Mark Irwin’s ability to navigate through lyricism with brilliant metaphors inspires me. There are certain poems of his that I have read a number of times. Each time, they mean something different to me. Additionally, I love the way that Francesca Bell writes a persona poem for not holding anything back in describing gruesome events and/or people. I particularly enjoy reading Cole Swensen’s work, because she pays attention to not just the music of a poem, but also how the eye moves. Many of her poems are brilliant works of art for using space on the page to hold pauses. I love the way that Joshua Mensch describes his own personal horrific experiences, conjuring many different emotions. Many of his lines will make me laugh and cry at the same time. The courage that he brings to his work is inspiring, and the way that he uses repetition to build tension is brilliant. I love the way that Terrance Hayes takes ownership of the sonnet. Taking an old form that is used so often because of its brevity and making it his own is refreshing. Additionally, I enjoy Elizabeth Knapp’s use of pop culture in her prose poems. It is difficult to write about events that everyone knows of such as Kurt Cobain’s death in a way where the reader learns something new or sees it in a completely different way.
7. Why did you arrange the poems chronologically?
Excellent question! The first poems that I wrote for the chapbook had similar titles. To make sure that I wasn’t confusing readers and ground them in a historical context, they worked well with a date attached. As I continued to write more poems for the chapbook, I kept a timeline in mind. It just so happened that the chronological order helped establish an arc. The only poem that is not technically in chronological order is “Consul General Feng-Shan Ho and Rabbi Shimon Sholom Kalish Discuss the Jewish Question,” because I felt like there needed to be some hope about halfway into the book. I purposely left the date out of that poem, because I thought it needed to be clear that throughout the Holocaust, some non-Jews helped Jews escape.
8. The titles of the poems are very documentary like. Why did you decide that this should be so?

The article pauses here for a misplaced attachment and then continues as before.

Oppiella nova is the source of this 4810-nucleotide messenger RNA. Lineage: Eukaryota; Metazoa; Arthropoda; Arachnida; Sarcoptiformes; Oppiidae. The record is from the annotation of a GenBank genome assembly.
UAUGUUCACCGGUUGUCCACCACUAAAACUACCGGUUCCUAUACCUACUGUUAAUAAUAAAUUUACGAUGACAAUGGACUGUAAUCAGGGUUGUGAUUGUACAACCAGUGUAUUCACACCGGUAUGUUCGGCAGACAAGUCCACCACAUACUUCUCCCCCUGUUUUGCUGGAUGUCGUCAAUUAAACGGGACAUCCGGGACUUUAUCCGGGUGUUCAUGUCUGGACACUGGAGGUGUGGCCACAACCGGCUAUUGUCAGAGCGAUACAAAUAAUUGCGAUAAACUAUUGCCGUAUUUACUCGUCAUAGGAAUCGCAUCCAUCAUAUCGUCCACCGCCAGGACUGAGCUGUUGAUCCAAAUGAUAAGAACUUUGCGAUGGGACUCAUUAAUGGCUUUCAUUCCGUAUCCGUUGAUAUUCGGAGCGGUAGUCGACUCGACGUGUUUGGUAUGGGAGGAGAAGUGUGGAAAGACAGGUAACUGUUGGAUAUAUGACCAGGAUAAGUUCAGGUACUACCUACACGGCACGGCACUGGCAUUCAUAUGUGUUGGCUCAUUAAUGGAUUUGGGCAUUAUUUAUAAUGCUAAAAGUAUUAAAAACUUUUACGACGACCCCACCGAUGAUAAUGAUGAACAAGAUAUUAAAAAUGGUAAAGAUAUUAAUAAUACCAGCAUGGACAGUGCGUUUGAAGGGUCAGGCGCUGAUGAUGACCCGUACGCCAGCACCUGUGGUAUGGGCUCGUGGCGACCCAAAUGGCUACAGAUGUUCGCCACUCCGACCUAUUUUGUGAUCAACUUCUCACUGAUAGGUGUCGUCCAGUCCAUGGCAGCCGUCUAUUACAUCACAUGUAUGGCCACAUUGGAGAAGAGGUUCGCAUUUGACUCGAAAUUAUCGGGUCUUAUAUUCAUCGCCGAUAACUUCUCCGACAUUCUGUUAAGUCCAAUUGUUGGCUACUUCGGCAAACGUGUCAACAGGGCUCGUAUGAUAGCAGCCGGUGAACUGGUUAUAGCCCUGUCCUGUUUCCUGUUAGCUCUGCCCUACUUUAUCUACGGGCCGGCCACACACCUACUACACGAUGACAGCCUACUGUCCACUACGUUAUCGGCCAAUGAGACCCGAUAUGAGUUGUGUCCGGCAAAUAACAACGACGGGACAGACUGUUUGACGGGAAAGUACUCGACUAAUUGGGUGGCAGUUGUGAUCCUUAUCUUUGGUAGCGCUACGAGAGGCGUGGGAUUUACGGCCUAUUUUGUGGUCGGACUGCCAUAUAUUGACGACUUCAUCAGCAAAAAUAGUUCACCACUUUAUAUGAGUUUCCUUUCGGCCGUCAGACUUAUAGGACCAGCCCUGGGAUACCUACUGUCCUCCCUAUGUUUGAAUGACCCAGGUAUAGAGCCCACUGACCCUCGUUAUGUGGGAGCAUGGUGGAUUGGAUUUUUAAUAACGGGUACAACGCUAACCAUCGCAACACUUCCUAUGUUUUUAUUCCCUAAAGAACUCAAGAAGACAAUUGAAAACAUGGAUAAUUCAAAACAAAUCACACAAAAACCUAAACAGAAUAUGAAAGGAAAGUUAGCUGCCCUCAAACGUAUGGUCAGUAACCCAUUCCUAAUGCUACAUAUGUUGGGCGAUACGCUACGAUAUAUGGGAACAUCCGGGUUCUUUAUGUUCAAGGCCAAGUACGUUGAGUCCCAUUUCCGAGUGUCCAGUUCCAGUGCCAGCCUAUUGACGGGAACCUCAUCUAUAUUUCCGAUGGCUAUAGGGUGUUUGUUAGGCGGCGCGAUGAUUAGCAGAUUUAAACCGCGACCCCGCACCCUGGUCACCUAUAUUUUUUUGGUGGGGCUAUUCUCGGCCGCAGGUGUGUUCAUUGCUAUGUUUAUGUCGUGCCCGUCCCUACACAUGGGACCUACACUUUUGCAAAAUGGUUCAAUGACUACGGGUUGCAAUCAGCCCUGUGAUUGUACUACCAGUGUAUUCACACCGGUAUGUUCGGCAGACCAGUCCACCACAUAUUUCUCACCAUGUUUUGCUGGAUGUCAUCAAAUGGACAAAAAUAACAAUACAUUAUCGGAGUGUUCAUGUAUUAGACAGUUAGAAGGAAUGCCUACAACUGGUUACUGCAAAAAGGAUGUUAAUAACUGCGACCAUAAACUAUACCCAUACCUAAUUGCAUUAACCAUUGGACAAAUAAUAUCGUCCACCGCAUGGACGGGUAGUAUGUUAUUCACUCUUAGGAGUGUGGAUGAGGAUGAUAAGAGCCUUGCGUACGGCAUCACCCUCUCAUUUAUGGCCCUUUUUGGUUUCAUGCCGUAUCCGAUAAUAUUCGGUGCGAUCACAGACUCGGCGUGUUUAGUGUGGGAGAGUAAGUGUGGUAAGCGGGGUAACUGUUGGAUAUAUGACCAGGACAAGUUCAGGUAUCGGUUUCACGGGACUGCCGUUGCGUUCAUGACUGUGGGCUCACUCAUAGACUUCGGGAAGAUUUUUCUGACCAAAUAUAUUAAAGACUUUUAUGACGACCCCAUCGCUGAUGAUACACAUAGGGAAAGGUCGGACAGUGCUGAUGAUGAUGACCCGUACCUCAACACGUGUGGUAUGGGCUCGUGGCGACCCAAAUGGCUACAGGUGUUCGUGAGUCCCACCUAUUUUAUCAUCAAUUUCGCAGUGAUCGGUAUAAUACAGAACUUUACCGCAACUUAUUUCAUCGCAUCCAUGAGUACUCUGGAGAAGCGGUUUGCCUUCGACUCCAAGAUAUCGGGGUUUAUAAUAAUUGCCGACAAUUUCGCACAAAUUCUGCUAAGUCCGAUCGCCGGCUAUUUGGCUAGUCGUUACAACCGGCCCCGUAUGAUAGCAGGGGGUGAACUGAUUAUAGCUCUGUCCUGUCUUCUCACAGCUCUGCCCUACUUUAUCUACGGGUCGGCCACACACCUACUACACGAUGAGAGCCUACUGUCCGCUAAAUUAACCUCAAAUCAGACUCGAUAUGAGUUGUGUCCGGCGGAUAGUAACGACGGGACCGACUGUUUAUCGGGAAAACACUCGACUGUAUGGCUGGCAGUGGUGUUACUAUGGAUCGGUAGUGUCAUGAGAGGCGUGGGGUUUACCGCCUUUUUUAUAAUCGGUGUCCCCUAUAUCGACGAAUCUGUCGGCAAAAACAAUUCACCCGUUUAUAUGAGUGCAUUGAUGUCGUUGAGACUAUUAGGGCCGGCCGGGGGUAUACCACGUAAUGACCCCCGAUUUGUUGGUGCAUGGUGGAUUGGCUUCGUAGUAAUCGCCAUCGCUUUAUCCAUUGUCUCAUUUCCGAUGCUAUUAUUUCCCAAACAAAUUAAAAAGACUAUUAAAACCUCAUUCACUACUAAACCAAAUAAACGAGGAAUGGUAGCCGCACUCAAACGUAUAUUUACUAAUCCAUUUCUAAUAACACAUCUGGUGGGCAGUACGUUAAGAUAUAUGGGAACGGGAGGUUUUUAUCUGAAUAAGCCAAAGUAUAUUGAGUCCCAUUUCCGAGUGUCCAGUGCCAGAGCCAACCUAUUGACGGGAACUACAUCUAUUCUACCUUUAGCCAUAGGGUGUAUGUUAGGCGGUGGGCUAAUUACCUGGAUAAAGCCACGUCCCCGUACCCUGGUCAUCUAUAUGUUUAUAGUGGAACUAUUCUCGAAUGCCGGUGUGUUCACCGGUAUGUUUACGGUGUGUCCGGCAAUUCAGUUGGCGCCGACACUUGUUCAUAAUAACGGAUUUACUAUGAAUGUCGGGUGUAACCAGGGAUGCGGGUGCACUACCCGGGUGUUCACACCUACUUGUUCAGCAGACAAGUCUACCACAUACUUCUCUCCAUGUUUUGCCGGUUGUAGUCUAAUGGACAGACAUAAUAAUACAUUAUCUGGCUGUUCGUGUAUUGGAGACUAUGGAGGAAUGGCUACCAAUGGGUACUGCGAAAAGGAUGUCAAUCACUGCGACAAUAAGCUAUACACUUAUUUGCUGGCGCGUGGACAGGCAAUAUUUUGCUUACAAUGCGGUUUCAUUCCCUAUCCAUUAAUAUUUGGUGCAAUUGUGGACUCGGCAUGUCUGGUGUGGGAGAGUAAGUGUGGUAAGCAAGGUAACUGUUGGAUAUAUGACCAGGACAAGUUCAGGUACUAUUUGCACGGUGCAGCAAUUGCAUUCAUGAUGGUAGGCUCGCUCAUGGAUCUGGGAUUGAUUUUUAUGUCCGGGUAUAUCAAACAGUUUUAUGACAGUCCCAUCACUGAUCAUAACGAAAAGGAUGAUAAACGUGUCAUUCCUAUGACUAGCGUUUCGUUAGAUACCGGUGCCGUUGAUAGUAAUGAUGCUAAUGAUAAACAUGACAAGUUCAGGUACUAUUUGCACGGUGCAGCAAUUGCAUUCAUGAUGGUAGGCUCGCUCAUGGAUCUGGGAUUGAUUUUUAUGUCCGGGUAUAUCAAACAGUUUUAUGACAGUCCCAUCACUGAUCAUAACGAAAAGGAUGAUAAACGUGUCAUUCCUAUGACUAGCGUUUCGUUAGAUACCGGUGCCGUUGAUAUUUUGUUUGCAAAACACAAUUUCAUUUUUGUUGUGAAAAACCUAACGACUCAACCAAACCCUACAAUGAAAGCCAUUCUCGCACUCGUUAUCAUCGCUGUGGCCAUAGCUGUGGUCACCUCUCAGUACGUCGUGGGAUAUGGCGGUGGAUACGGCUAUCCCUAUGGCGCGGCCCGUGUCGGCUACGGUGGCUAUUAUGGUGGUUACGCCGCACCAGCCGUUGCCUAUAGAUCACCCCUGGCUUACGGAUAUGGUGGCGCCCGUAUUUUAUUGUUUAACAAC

For some of the titles, I wanted to make sure that readers understood the historical significance without having to look at the notes. It was also important to me that my poems not be taken out of context and turned into the opposite of what I intended. As a Jew, it’s extremely important to me that my writing not come off as promoting hate speech or anti-Semitism. I got the idea of how to handle those titles from reading James Wright’s work. Many of his titles provide information that is needed to understand a poem better.
9. What would you say to someone who asked you “How do you become a writer?”
To become a writer, you need to open yourself up to inspiration. This can come from reading books and journals in your genre. However, it’s also important to read work outside of your genre—to see the world from the journalist’s, philosopher’s, novelist’s, and historian’s perspectives. Inspiration can come not just from reading a great book, poem, short story, or article; but it can also come from witnessing an event or viewing an incredible work of art. To write characters that connect with your audience, you need to have empathy. Reading about other cultures and viewing artwork helps a writer develop empathy.
To become a published writer, you need to read the journals where you want your work published and develop a thick skin. I would tell someone who wants to become a published writer to use Duotrope and sites like it to help them choose where to submit work. I wish I had known of Duotrope when I first started submitting to know what the acceptance rates were for my favorite journals. When I first started writing, I didn’t realize how much rejection would simply be part of getting my poetry published. I have learned not to take rejection or criticism of my work personally. Instead, I see it as necessary for growth and enjoy receiving criticism that helps me revise.
10. How important are the depiction of the five senses in “They Become Stars”?